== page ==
• in close consultation with other agencies, information development plans are progressively being developed and supported to identify and prioritise information needs across areas, sectors or population groups together with plans for meeting these needs (see chapter 11 for more information)
    • supporting the Australian Government Statistical Forum, and fora in each state and territory, to share information on better statistical practice (see chapter 11 for more information)
    • outposted statistical officers assisted a range of Australian, state and territory governments and agencies. Outposted officers facilitate the access to, and understanding of, statistics, and strengthen statistical coordination across host agencies. Some outposted officers complete specific project work to assist the host agency (see chapter 9 for more information)
    • the external training program conducted by the National Statistical Training Institute was reviewed to target the content and structure of courses more at users needs, and a number of training courses were conducted for users of ABS statistics (see chapter 9 for more information) and
    • a range of stronger collaborative relationships with other agencies were developed. (see chapter 11 for more information)
Image: The Hon Peter Costello MP, Treasurer, speaking at the event celebrating the centenary of the ABS and 100 years of statistics on 8 December 2005
The Hon Peter Costello MP, Treasurer, speaking at the event celebrating the centenary of the ABS and 100 years of statistics on 8 December 2005


As noted earlier, the ABS is the largest contributor to Australia's national statistical system. The ABS has statistical programs covering economic statistics and population and social statistics (the two outputs of the ABS). These programs both produce a wide range of statistical information, as well as activities to advance the national statistical system and support other contributors to the national statistical service.

At the broad level, the activities undertaken within these statistical programs cover:
    • developing, producing, analysing and disseminating high quality statistics in a cost effective way
    • coordinating and facilitating the development, production and dissemination of statistics by others, and
    • providing comprehensive and integrated standards, classifications and frameworks for areas of statistics.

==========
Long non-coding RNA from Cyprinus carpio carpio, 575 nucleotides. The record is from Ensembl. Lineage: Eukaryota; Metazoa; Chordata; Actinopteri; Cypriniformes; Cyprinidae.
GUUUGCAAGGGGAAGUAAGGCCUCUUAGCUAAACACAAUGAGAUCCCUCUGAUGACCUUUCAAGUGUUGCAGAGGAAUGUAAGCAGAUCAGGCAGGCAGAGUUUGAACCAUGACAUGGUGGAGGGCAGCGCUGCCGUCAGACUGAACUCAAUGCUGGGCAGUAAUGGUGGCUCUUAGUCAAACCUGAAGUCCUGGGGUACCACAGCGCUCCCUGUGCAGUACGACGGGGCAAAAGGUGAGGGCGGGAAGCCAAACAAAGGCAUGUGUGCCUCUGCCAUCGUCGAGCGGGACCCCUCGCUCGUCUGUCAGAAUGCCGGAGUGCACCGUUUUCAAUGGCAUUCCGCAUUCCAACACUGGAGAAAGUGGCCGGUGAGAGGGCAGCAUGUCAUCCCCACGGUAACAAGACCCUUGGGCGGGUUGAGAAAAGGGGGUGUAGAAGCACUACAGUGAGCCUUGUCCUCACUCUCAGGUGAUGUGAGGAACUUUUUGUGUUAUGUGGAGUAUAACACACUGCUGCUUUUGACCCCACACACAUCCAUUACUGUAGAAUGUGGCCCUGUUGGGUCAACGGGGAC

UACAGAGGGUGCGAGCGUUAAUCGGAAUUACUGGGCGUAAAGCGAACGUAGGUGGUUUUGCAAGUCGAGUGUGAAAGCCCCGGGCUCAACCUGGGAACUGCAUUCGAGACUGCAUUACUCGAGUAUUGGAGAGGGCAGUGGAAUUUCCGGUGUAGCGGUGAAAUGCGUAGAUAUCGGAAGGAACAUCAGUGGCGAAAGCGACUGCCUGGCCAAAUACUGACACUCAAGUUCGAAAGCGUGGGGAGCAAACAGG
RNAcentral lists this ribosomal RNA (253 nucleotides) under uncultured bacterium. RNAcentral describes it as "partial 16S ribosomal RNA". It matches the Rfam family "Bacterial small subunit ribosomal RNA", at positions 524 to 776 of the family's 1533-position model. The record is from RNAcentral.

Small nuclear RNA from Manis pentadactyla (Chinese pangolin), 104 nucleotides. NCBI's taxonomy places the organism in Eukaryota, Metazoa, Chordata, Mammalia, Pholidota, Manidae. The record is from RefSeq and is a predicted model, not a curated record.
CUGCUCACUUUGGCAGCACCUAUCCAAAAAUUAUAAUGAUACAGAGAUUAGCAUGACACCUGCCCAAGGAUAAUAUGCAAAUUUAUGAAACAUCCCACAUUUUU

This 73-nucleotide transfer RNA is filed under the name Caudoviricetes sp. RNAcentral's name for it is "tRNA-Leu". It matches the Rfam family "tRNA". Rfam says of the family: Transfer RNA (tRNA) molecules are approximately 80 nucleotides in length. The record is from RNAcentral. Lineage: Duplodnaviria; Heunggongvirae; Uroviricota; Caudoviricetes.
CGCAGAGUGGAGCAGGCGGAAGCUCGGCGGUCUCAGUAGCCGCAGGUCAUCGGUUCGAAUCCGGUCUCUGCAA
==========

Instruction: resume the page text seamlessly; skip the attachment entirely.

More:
The work schedule of the statistical programs is determined after extensive consultation with governments, businesses and community groups, and with the advice of the Australian Statistics Advisory Council. Active use is made of the range of user, reference and advisory groups that have been established to engage with users of statistics. These are explored further in chapter 9.

In determining the work program, account is taken of the:
    • needs of key users
    • benefit of statistics to decision makers and researchers
    • load on data providers
    • availability of skilled resources to undertake the work, and
    • costs associated with the activities.
As well, the ABS seeks to ensure that its activities complement the activities of other agencies, resulting in a comprehensive statistical service for Australia.

The effectiveness and efficiency of the statistical programs is enhanced by wide ranging inputs from the ABS corporate and statistical support areas. These inputs include methodological, technological, dissemination, human resource and financial support.

The ABS continues to improve the efficiency and productivity of its survey operations and staff through the re-engineering of its business processes. On the economic statistics side, an Input Data Warehouse (IDW) and an E2E (end to end) systems environment are now well established with several collections using the new arrangements. On the population statistics side, work has continued on the development of integrated end-to-end information technology systems and processes for household surveys, and improved work practices. For more information on these issues, see chapter 15 and chapter 17.

The following chapters present the key directions and highlights for economic statistics and population and social statistics. The section on population and social statistics includes additional information on the preparations for the 2006 Census of Population and Housing, which was a major activity in 2005–06.